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Critics can be wrong
Critics seem to rate this book with five stars, while readers give it a more valid rating of 3.5 stars. Realistic characters at times but unbelievable all too often. The characters become one-dimensional too often. Compare it to the beauty of books like Robert Penn Warren's "All the King's Men" where "good" characters are shown to be evil, "bad" characters are shown to be good. Then look at Lila, Elena, Reno,... who are one - dimensional for 300 pages. This would not be a fair comparison, but it helps me describe my disappointment with how critics seem to be uncritical, at times.
Shirley F. (Franksville, WI)
What did I miss???
The prologue grabbed my attention and I looked forward to unraveling the mystery of Lila's disappearance. The characters were well developed, the plot a little thin, the setting and the rhythm of the neighborhood were beautifully described (although not aesthetically beautiful). So what did I miss? In the prologue, Lenu tells us that she will relate every memory that she has about Lila but the story falls short by 40 years and by the end, the reader has no more knowledge of why Lila disappeared than her son Rino has at the beginning. The book was difficult to get through with little dialogue and many characters (thank goodness for the Character Index at the beginning), but the colorful description of life in Italy in the 50's kept me going (being a true Italophile). However, I felt cheated because the book was not a stand alone novel and one must rad the next 2 books in the trilogy to find out the reason for the prologue issues.
Martha P. (Issaquah, WA)
I am so glad that this is the first in a trilogy by Elena Ferrante. Her writing and the translation are superb. The characters are so believable you feel like you are reading a memoir instead of a novel. Naples in the 60's, family feuds, friendships that wax and wane, machismo, coming of age, and intellectualism---Ferrante blends it all effortlessly and makes you feel that you are there in the backseat of the Giardinetta with Lila and Elena sharing the experience. Very much looking forward to book number two in this trilogy.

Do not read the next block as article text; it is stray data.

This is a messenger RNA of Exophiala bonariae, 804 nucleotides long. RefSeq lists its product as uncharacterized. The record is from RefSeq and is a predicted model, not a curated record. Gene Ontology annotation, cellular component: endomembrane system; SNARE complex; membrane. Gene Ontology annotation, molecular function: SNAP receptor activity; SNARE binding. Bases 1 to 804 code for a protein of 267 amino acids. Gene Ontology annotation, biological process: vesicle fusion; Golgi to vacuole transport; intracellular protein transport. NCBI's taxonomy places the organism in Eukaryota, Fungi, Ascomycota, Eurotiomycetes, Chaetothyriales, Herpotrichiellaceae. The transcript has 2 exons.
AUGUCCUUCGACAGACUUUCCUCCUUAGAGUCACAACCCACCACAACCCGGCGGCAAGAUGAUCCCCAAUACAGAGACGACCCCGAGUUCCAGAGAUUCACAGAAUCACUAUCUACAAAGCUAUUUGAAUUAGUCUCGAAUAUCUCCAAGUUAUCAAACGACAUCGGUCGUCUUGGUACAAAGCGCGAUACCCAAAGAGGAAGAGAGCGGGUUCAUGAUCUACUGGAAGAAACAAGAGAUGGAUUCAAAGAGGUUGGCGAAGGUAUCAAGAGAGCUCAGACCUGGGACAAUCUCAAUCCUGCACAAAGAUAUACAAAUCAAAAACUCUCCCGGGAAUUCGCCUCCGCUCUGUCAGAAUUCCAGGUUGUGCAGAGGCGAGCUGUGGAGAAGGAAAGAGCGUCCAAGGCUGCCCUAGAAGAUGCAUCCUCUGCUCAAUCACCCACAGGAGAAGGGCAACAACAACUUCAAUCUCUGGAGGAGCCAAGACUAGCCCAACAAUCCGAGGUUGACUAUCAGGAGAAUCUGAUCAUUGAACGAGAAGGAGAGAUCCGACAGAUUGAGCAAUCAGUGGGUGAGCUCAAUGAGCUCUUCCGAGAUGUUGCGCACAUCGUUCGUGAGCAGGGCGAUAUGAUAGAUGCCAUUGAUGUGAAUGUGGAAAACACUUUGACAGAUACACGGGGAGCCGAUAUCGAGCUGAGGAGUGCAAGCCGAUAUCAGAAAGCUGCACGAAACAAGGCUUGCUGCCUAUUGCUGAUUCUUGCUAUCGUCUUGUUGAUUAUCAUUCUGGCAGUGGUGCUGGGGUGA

Monica G. (San Antonio, TX)
It's a Difficult Read
Let me start by saying that "My Brilliant Friend" is a difficult read but as a lover of all things Italian, I pushed through it. I was finally rewarded with a good story of three life-long friends, and I say three because Naples is a very large part of the the girls' relationship.
Hazel R. (Westwood, MA)
First in a Trilogy, but Doesn't Stand Alone
Family and friends also inundate the story. Lots of family and friends! There are so many characters to keep up with, the author kindly provides us with an "index of characters" that you WILL need to keep up with them all.
It's a slow start and you have to push yourself past the beginning of the book to get to the point where you're too invested to quit reading but I think, considering that this is the beginning of a trilogy, that the story will not only get better, but will continue to flesh out the most important characters, especially, Elena and Lila, whom we follow from their 8th year of age to their 16th year, which is why I only graded it as "average".
I don't think this type of book is for everyone. It's a good story but it's a bit convoluted and it's not what I would call a "relaxing" read. I plan on reading the next two installments but I have to say it's dependent upon how quickly they are published because I usually re-read the previous books to get myself back into the story and I'm honestly not sure I would re-read this book.
The prologue of this book will grab you, but you will not understand what has happened any more at the end of the book, as you will in the beginning. There is a lot of character development and the protagonists are quite idiosyncratic, but it was too much of the same thing, and I doubt I will plow through 2 more books to find out more about what was happening in the prologue. A read-alike that I would give a much higher rating to would be the Big Stone Gap books.
Deborah D. (Old Forge, NY)
The story of two close friends and their choices and opportunities held my interest for too short a time. Although the premise was interesting I found it drawn out and repetitive.
Carolyn S. (Decatur, GA)
My Brilliant Friend
This ia a story of two young friends set in Naples in the 50's. The story was a little gritty and the characters were not fleshed out enough to keep them separate. It was difficult to get through the book because there was not a strong plot.
Diane D. (Blairstown, NJ)
Not my style
I have to say this is not a book I would ordinarily read. I kept hoping it would get better, but it just didn't interest me. The way it was written, made it difficult for me to get interested in it; and I didn't understand the lifestyle, which just didn't make sense to me. It also read more like a memoir than a novel.